• Will the Audiology Clinic be able to meet all my hearing needs?
  • Do I want a Diamond Certified company that is rated best in quality and backed by the Diamond Certified Guarantee?
  • How important is the distance of the Audiology Clinic from my home?
  • Will I get a personal copy of my audiological examinations along with an explanation of the meaning?
  • How involved will I be in the choice of a hearing device (if needed)?
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What To Ask In Person
What Questions to Ask in Person at the Santa Clara County Audiology Center

After talking with the audiology center staff on the telephone, you can narrow down your choices of audiologists in Santa Clara County, including the smaller cities of Alviso, Los Altos Hills, Mt. Hamilton, and Stanford . You will want to choose to interview an audiologist that can best evaluate your hearing health, and then can offer you recommendations and advice to help find the hearing device that will work best for your hearing loss and lifestyle.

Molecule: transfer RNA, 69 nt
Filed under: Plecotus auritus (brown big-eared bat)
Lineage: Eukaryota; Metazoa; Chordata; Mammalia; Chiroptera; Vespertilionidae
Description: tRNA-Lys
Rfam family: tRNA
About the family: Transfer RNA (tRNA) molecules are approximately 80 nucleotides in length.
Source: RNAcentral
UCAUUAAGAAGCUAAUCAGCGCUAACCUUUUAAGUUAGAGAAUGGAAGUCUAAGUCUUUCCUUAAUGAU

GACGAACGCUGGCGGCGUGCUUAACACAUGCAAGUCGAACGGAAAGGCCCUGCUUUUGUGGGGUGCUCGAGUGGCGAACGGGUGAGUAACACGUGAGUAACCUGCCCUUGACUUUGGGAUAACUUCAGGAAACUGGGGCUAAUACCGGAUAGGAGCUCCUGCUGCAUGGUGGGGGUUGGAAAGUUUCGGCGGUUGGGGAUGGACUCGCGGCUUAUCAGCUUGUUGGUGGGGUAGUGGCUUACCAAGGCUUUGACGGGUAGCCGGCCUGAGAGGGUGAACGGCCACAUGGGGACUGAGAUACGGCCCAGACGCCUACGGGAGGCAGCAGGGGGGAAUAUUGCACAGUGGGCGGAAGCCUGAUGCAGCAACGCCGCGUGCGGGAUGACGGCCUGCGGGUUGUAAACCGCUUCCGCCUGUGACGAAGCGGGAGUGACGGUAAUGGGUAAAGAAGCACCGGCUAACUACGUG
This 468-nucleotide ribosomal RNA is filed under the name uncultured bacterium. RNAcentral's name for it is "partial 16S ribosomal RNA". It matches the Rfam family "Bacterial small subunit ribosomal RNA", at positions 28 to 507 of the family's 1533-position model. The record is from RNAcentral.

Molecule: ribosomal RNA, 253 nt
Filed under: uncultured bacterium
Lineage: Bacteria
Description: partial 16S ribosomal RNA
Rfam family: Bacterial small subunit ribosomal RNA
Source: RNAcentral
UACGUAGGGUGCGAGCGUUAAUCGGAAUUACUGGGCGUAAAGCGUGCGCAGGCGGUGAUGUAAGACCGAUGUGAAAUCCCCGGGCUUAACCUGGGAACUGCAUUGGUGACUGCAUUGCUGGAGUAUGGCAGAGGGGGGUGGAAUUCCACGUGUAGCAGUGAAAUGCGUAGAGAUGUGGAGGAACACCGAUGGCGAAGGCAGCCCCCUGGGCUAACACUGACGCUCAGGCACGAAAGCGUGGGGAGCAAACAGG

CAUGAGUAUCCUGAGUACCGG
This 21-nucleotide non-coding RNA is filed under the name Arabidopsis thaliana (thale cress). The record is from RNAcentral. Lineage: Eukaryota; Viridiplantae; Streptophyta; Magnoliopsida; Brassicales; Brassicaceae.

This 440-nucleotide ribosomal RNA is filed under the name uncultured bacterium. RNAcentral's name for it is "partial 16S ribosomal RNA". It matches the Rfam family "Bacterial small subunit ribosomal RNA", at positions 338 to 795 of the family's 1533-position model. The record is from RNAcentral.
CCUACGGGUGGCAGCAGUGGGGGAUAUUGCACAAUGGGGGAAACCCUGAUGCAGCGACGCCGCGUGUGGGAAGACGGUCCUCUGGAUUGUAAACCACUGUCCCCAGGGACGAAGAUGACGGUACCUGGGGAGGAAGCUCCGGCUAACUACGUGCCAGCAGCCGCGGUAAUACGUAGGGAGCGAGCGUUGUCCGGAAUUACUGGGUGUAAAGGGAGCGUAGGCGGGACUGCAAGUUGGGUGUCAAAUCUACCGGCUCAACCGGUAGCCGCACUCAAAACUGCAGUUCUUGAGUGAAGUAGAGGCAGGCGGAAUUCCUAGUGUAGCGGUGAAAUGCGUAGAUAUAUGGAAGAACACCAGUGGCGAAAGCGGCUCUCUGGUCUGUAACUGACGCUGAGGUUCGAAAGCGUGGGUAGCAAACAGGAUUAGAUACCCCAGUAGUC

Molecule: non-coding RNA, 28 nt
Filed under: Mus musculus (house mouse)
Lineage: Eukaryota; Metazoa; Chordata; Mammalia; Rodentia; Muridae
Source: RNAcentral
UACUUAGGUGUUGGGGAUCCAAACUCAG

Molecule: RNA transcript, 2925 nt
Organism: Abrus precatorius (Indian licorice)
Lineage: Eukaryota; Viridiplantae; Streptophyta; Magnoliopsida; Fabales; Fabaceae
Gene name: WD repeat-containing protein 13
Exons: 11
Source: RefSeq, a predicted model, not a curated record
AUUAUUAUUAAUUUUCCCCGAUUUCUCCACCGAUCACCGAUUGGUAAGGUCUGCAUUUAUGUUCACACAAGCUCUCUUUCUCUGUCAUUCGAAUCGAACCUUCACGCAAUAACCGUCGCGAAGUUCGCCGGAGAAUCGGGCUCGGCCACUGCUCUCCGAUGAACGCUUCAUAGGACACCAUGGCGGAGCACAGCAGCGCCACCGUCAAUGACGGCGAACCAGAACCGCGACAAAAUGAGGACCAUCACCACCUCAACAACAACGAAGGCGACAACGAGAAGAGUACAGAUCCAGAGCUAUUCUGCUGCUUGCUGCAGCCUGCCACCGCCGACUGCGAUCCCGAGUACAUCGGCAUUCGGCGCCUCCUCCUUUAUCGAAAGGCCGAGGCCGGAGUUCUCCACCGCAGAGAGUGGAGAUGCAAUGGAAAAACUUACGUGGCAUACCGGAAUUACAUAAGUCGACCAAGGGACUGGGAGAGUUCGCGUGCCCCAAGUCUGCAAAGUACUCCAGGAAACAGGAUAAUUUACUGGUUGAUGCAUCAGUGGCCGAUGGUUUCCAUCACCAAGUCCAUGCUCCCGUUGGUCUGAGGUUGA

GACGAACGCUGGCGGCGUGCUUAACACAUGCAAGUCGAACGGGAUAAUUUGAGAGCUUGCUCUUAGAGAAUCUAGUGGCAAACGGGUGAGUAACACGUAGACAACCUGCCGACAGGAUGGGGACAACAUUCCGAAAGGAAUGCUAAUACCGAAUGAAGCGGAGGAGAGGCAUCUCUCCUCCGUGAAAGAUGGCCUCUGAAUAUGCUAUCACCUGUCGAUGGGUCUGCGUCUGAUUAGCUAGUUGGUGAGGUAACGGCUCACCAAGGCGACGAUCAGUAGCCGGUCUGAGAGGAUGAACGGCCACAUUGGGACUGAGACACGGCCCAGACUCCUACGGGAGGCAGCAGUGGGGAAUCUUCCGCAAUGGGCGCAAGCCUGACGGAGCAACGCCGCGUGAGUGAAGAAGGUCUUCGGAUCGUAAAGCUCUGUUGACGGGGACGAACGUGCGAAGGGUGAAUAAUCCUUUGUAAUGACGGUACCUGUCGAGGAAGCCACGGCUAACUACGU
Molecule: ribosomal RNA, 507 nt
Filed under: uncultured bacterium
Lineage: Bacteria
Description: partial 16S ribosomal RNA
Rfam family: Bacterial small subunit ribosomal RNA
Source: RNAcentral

Bring along a close friend or family member to the interview. Two will hear and remember more.

Here is a list of possible questions for the interview:

  • How often will you see the Santa Clara County audiologist for appointments? If there are any problems, how soon can you see the audiologist?
  • What kinds of add-ons are available at the clinic? Don’t feel pressured to buy something that you don’t need.
    Remember that extras come with a price; however, there are some benefits with those extras. For instance, directional microphones will help you in a noisy place. Feedback cancellation will keep the hearing aid from squealing. Wireless technology can help you cellphones and television. Always remember to consider what you will really need.
  • Is there a discount or a trade-in policy for upgrades?
  • What does the base cost of the hearing device include?
    Ask for a written breakdown of the cost of the hearing device.
  • What brands and models do you specialize in?
  • What kind of training is given with hearing aids?